I still think about this, Marc, particularly given how many new publishing options have opened up in the past decade or so. Centauri Dreams is now up to about 1500 posts, so if we go that route, we’d better break that into a couple of separate volumes or it’s going to be even bigger than Frontiers of Propulsion Science! About which, what a pleasure to hear that our mutual friend Tibor Pacher was showing the book to participants at the recent Charterhouse interstellar session.

  • Devin April 10, 2009, 21:55

    I just wanted to let you know how much I have enjoyed Centauri Dreams over the years! What a wonderful information filled blog! I so hope that humanity can conquer its problems and head to the stars. I do not think I will see the first relativistic starship heading off to a stellar neighbor in my lifetime-but I would like to think that historically speaking this time isn’t far off down the road. In the meantime it astonishes me -the things we are able to learn! If the cooler stars of the stellar population can support life-there is no telling how many different lifeforms there are in the universe. I agree about the rush to digitize all of this data-thanks for bringing this up. Best to you and thanks again for your wonderful blog!

    • Administrator April 11, 2009, 8:31

      Very kind words, Devin, and thanks. I deeply appreciate this readership and hope we’ll have all of you around here for a long time!

  • Pat Galea April 11, 2009, 4:26

    To some extent, ‘The Cloud’ may have some impact here. When all your information is stored on a ‘cloud’ or ‘grid’ of servers with redundancy built-in, then you are no longer reliant upon individual pieces of hardware, or indeed individual types of technology. As spinning drives give way to flash drives, then whatever comes next, the data is automatically replicated on to the new medium. The cloud doesn’t care *where* the data is.

    However, this of course only solves part of the problem. It doesn’t tackle the preservation of data that is too private to risk storing on the cloud. And it doesn’t necessarily handle the problem of obsolete file formats.

    The latter problem at least does appear to be taken seriously these days. I think what’s happened is that we’ve reached the point where computers have been around in offices and homes for long enough that many people have been bitten by the problem of not being able to open old files because the new application doesn’t support them. We are seeing a lot more use of formats that are based on XML, for example (which although ugly to read is at least readable; well, in theory :-) ),

    • Administrator April 11, 2009, 8:28

      Pat Galea writes:

      To some extent, ‘The Cloud’ may have some impact here. When all your information is stored on a ‘cloud’ or ‘grid’ of servers with redundancy built-in, then you are no longer reliant upon individual pieces of hardware, or indeed individual types of technology. As spinning drives give way to flash drives, then whatever comes next, the data is automatically replicated on to the new medium. The cloud doesn’t care *where* the data is.

      Excellent point! I thought about the cloud concept when I was writing the piece, because massively redundant backup on servers located around the globe are a solution to the hardware problem, at least in terms of upgrading home and office equipment so frequently. That obsolete file format problem does continue to haunt us, as I am reminded when I look back at all the columns, essays and articles I wrote using the old XYWrite program. Earlier versions produced readable enough ASCII, but the later versions started coming up with proprietary solutions that need the original software to read. And then there are all the pieces I wrote using WordPerfect in various incarnations… Drives me crazy sometimes.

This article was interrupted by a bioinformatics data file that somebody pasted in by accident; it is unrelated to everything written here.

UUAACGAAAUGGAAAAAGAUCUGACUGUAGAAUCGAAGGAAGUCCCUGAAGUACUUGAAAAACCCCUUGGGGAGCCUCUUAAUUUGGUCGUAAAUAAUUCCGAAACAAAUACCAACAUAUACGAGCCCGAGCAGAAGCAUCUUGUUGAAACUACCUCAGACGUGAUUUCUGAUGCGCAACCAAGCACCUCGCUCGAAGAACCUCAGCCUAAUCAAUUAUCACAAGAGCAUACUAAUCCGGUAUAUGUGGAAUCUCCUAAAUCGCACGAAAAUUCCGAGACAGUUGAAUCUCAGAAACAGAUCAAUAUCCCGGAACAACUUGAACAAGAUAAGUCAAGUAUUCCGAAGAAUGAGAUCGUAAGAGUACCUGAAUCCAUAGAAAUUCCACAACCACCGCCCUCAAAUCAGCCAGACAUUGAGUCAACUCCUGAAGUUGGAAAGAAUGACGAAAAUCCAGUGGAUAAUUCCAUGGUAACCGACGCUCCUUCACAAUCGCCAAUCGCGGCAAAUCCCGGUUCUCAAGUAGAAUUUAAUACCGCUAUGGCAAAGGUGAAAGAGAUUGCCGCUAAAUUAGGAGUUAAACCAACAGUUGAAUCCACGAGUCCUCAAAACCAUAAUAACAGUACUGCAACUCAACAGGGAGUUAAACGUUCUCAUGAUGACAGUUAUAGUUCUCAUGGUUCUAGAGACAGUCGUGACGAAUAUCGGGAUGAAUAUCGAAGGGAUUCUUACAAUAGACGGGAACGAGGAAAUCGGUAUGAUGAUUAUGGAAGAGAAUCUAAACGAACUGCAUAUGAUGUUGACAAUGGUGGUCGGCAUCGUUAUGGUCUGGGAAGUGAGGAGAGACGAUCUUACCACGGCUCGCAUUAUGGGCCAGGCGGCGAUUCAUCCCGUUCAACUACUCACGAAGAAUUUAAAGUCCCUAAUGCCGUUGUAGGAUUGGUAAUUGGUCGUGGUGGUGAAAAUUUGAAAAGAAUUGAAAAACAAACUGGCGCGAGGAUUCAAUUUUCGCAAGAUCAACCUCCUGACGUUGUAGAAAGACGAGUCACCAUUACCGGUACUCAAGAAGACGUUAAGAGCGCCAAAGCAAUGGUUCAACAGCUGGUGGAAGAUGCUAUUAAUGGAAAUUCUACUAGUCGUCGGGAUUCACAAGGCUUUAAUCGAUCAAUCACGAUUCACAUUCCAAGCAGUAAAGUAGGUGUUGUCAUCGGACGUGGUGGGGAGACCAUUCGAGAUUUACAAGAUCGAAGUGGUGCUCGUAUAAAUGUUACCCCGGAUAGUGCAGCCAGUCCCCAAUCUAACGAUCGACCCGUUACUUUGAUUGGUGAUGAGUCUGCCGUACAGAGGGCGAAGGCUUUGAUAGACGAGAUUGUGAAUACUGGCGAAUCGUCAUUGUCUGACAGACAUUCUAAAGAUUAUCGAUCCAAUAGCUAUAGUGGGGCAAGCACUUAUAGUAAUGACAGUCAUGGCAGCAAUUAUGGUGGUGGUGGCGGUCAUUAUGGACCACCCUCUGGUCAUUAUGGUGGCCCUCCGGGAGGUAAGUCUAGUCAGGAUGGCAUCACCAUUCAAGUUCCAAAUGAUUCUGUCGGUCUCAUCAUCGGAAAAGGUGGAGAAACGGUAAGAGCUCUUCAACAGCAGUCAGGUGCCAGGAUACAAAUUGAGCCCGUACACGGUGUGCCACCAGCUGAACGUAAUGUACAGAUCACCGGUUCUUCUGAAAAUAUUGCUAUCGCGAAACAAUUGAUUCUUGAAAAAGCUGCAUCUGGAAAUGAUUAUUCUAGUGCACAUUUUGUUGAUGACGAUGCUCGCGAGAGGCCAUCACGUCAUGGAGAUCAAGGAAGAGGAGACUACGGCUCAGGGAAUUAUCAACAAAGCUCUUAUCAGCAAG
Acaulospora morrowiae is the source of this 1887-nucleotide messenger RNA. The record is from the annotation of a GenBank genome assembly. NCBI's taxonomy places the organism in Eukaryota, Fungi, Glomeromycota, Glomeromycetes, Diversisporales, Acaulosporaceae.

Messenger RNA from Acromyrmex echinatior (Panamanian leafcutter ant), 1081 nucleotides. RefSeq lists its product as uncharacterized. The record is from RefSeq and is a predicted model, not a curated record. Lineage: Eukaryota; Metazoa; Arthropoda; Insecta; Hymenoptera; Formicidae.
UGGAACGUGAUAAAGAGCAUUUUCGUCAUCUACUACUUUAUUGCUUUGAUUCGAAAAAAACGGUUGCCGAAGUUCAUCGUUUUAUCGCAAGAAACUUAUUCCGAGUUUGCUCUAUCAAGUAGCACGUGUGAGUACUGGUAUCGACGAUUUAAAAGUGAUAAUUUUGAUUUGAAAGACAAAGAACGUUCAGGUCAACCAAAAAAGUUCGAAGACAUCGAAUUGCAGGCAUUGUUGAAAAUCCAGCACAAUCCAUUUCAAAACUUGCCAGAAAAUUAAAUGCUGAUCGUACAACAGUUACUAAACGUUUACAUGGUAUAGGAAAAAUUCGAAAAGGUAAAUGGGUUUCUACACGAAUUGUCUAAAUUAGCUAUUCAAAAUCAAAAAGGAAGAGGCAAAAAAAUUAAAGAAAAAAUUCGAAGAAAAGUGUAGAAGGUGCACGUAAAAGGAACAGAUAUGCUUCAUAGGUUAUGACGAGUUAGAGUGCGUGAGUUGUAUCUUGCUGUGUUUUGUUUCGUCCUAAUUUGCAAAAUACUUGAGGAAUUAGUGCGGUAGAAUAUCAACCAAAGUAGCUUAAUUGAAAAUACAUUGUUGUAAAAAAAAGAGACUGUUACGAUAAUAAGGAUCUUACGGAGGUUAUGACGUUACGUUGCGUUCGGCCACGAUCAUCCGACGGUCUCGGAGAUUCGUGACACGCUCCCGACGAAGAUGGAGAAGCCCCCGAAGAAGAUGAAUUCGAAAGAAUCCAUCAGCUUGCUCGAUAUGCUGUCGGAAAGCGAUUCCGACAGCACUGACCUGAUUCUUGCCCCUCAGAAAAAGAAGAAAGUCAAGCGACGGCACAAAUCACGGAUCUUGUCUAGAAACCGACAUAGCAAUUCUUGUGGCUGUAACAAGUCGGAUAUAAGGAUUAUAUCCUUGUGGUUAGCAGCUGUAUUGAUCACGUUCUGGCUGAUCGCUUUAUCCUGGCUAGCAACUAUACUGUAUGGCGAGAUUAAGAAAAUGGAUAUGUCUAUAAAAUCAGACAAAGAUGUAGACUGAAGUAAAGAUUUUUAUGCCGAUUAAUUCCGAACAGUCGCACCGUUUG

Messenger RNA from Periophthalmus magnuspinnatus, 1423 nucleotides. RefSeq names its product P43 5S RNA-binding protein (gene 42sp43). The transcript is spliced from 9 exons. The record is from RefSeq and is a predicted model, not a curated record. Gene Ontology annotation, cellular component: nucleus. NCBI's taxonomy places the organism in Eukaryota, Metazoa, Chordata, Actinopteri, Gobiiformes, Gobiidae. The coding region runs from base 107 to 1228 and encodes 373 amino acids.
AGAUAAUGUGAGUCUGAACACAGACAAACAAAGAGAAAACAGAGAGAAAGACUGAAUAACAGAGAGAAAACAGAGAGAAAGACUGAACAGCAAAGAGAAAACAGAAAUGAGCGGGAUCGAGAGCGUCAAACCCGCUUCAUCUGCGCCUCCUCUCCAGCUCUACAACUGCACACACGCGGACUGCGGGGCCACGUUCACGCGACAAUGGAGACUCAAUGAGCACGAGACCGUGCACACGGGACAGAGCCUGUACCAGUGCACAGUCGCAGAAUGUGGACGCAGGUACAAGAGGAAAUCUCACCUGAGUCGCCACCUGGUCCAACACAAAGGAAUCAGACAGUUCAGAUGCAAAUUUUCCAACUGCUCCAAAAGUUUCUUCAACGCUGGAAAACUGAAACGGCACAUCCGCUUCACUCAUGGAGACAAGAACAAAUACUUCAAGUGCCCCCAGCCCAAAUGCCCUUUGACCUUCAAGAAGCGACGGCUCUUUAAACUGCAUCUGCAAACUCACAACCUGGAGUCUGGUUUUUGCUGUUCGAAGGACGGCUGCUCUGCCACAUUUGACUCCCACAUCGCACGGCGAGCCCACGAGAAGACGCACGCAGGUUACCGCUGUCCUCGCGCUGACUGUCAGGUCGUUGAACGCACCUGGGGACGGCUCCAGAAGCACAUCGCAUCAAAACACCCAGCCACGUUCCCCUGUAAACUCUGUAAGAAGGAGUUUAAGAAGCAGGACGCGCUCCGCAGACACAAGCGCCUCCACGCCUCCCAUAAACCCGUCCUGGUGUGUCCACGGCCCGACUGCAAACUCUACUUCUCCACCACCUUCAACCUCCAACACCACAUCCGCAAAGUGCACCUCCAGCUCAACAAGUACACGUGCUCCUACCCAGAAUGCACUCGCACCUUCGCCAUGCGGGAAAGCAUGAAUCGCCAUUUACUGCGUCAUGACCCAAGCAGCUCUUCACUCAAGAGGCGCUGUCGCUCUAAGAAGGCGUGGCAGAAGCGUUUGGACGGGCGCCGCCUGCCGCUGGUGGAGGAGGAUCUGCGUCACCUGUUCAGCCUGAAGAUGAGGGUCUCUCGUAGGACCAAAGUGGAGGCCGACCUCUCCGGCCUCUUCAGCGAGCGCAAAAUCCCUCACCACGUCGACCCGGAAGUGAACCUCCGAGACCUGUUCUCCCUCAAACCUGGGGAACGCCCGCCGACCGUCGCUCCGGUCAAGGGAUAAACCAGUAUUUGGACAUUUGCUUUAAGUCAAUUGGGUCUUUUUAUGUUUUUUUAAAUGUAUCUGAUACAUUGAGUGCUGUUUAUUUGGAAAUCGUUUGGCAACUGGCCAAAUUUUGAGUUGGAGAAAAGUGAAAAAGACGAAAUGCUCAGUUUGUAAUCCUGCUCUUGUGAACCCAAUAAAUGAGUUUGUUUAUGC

• NS April 11, 2009, 4:41

    I’ve heard there are similar problems with government records generally. Up through the 1950s almost all records were on paper, but beginning in the 1960s electronic recording started to be used more often. Many of these electronic records are in media and formats for which equipment is no longer made.

    • Administrator April 11, 2009, 8:30

      NS, thanks for that point. That ‘window’ between about 1960 and 1985 seems particularly vulnerable when it comes to record-keeping of all types and our ability to read it today. It’s heartening to see the problem coming under wider discussions in places like David Pogue’s essay. And in our field of work, the Pioneer anomaly has brought it into focus, since the older Pioneer date was initially saved on equipment that now has to be reconstructed.

  • Tibor April 12, 2009, 6:38

    Marc, Paul,

    This post reminds me of our prior discussions about occassionally compiling and book-publishing the contents of our websites – Centuari Dreams and Tau Zero – for archival sake and to make such things assessible via another venue.

    – this is a great idea! I would be happy to hold such a book – better, books – in my hands. What do you think about a sort of “Best of Centauri Dreams ” Volume? – this could (a must then, to me!) be translated into several languages, imho.

    Happy Easter to all Centauri Dreams readers – accompanied with a great thank you to Paul for this wonderful venue!

    Tibor

  • Pat Galea April 13, 2009, 13:37

    Frontiers of Propulsion Science is indeed an excellent book. I’m partway through it, but I have skimmed the rest of the book and I believe it’ll become a classic in the field, and required reading for anyone starting out.

    I was at the Charterhouse interstellar session too (I was the guy in the front row near the door asking lots of awkward questions! :-) ). Every talk at the session was fascinating, and after a good chat with Claudio Maccone after his talk, I ordered his new book.

    • Administrator April 13, 2009, 14:41

      Pat, I haven’t seen Claudio’s new one yet, but am certainly looking forward to it. His contributions to the field are immense and growing. Thanks for the kind words re Frontiers of Propulsion Science, thoughts which editors Marc Millis and Eric Davis will both see here. They deserve the praise!

  • Administrator April 13, 2009, 16:06

    Tibor writes: